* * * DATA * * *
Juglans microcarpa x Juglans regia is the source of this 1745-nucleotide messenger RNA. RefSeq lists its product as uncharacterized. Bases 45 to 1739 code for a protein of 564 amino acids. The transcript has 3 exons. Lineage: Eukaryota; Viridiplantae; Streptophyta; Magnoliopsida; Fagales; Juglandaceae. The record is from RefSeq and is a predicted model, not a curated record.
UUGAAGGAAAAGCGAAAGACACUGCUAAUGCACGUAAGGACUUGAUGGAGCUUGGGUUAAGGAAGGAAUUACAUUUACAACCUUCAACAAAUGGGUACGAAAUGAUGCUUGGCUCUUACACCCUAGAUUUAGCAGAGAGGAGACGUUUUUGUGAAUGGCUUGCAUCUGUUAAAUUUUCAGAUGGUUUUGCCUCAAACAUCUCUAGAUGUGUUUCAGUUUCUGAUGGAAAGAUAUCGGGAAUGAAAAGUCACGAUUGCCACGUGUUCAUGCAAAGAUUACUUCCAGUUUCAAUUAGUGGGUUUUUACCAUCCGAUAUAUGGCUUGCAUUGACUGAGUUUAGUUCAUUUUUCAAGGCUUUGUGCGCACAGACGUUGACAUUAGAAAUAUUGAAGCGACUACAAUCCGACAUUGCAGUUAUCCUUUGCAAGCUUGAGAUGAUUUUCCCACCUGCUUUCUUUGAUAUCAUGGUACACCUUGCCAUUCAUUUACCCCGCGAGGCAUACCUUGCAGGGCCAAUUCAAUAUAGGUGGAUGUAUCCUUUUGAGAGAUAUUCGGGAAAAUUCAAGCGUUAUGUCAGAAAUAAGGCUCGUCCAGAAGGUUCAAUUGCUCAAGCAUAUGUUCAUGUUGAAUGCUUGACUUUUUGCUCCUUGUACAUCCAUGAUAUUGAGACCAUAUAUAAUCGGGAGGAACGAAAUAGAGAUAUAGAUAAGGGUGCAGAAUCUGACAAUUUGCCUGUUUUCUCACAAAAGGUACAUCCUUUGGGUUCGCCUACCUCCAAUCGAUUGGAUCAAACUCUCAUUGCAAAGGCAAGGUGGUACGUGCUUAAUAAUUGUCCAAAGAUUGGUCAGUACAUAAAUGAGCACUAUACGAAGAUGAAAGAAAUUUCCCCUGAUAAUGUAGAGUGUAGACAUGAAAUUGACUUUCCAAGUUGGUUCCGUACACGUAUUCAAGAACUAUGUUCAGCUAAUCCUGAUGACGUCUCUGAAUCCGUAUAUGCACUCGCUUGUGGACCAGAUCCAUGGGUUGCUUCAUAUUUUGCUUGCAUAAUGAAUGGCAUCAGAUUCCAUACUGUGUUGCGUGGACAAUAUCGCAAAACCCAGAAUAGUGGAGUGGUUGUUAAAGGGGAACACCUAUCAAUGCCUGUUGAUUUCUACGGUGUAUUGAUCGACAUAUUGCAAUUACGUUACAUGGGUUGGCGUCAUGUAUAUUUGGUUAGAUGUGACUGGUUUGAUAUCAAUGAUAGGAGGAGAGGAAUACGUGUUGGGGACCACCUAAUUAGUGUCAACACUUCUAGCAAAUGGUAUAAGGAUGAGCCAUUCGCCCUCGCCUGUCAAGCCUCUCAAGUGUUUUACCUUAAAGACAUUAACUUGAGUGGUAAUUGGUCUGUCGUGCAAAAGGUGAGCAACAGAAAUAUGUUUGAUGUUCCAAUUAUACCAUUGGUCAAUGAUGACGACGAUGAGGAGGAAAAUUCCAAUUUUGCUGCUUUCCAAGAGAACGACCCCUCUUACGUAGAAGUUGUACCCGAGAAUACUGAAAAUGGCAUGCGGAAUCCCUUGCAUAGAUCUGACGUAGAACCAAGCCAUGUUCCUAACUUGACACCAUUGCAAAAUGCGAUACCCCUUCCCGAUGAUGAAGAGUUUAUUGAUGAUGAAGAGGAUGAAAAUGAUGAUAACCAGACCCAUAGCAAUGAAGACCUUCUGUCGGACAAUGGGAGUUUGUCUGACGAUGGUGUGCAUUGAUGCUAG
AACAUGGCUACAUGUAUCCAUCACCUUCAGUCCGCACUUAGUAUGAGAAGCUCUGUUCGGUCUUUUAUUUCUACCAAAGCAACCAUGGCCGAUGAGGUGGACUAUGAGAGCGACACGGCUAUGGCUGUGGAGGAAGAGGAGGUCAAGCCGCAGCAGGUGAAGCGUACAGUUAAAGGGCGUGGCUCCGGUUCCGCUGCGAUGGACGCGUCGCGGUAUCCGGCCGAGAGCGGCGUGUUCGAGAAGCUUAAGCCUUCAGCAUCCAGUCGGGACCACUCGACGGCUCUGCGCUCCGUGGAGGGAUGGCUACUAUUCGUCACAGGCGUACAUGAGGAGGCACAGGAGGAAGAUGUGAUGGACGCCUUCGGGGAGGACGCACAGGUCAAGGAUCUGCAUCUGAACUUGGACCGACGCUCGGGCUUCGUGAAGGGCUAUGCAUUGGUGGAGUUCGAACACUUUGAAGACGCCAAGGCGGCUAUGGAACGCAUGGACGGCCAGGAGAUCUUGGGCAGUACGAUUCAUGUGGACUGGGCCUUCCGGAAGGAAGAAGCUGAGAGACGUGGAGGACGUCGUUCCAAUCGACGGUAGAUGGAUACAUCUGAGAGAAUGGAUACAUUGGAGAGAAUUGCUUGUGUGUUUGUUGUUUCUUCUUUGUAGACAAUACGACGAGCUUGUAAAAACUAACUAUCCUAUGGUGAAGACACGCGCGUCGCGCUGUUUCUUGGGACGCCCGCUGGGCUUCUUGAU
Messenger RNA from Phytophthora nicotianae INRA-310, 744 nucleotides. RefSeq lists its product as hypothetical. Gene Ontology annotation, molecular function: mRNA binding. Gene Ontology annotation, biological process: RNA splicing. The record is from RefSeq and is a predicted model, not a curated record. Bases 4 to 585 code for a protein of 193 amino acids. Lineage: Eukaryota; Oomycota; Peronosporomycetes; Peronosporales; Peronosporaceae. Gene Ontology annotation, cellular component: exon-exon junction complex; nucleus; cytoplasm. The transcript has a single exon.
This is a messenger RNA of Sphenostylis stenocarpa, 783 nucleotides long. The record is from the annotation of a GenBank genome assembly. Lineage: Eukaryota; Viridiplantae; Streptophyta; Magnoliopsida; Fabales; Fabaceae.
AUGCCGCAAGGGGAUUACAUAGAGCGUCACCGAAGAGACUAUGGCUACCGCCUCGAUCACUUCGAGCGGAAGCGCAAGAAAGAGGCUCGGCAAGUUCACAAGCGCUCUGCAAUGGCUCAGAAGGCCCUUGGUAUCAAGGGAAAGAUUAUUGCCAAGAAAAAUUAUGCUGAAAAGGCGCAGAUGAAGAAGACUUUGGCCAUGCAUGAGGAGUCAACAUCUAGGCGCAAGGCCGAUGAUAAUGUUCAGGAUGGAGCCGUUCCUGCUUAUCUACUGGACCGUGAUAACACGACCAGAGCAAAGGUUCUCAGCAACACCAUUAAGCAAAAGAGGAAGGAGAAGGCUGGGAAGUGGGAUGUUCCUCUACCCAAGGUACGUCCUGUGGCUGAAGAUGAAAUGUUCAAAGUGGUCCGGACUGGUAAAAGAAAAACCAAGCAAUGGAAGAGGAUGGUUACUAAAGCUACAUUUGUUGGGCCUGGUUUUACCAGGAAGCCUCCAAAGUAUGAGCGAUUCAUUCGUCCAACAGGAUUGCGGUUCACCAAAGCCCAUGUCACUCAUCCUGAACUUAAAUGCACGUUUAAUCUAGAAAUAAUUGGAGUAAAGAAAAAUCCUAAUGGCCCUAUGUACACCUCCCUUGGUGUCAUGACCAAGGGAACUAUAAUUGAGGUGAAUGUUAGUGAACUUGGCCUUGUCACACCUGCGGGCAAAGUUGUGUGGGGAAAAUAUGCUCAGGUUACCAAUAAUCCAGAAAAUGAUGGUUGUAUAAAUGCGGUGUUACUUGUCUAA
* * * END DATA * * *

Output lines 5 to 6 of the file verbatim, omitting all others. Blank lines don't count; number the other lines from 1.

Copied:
This is a messenger RNA of Sphenostylis stenocarpa, 783 nucleotides long. The record is from the annotation of a GenBank genome assembly. Lineage: Eukaryota; Viridiplantae; Streptophyta; Magnoliopsida; Fabales; Fabaceae.
AUGCCGCAAGGGGAUUACAUAGAGCGUCACCGAAGAGACUAUGGCUACCGCCUCGAUCACUUCGAGCGGAAGCGCAAGAAAGAGGCUCGGCAAGUUCACAAGCGCUCUGCAAUGGCUCAGAAGGCCCUUGGUAUCAAGGGAAAGAUUAUUGCCAAGAAAAAUUAUGCUGAAAAGGCGCAGAUGAAGAAGACUUUGGCCAUGCAUGAGGAGUCAACAUCUAGGCGCAAGGCCGAUGAUAAUGUUCAGGAUGGAGCCGUUCCUGCUUAUCUACUGGACCGUGAUAACACGACCAGAGCAAAGGUUCUCAGCAACACCAUUAAGCAAAAGAGGAAGGAGAAGGCUGGGAAGUGGGAUGUUCCUCUACCCAAGGUACGUCCUGUGGCUGAAGAUGAAAUGUUCAAAGUGGUCCGGACUGGUAAAAGAAAAACCAAGCAAUGGAAGAGGAUGGUUACUAAAGCUACAUUUGUUGGGCCUGGUUUUACCAGGAAGCCUCCAAAGUAUGAGCGAUUCAUUCGUCCAACAGGAUUGCGGUUCACCAAAGCCCAUGUCACUCAUCCUGAACUUAAAUGCACGUUUAAUCUAGAAAUAAUUGGAGUAAAGAAAAAUCCUAAUGGCCCUAUGUACACCUCCCUUGGUGUCAUGACCAAGGGAACUAUAAUUGAGGUGAAUGUUAGUGAACUUGGCCUUGUCACACCUGCGGGCAAAGUUGUGUGGGGAAAAUAUGCUCAGGUUACCAAUAAUCCAGAAAAUGAUGGUUGUAUAAAUGCGGUGUUACUUGUCUAA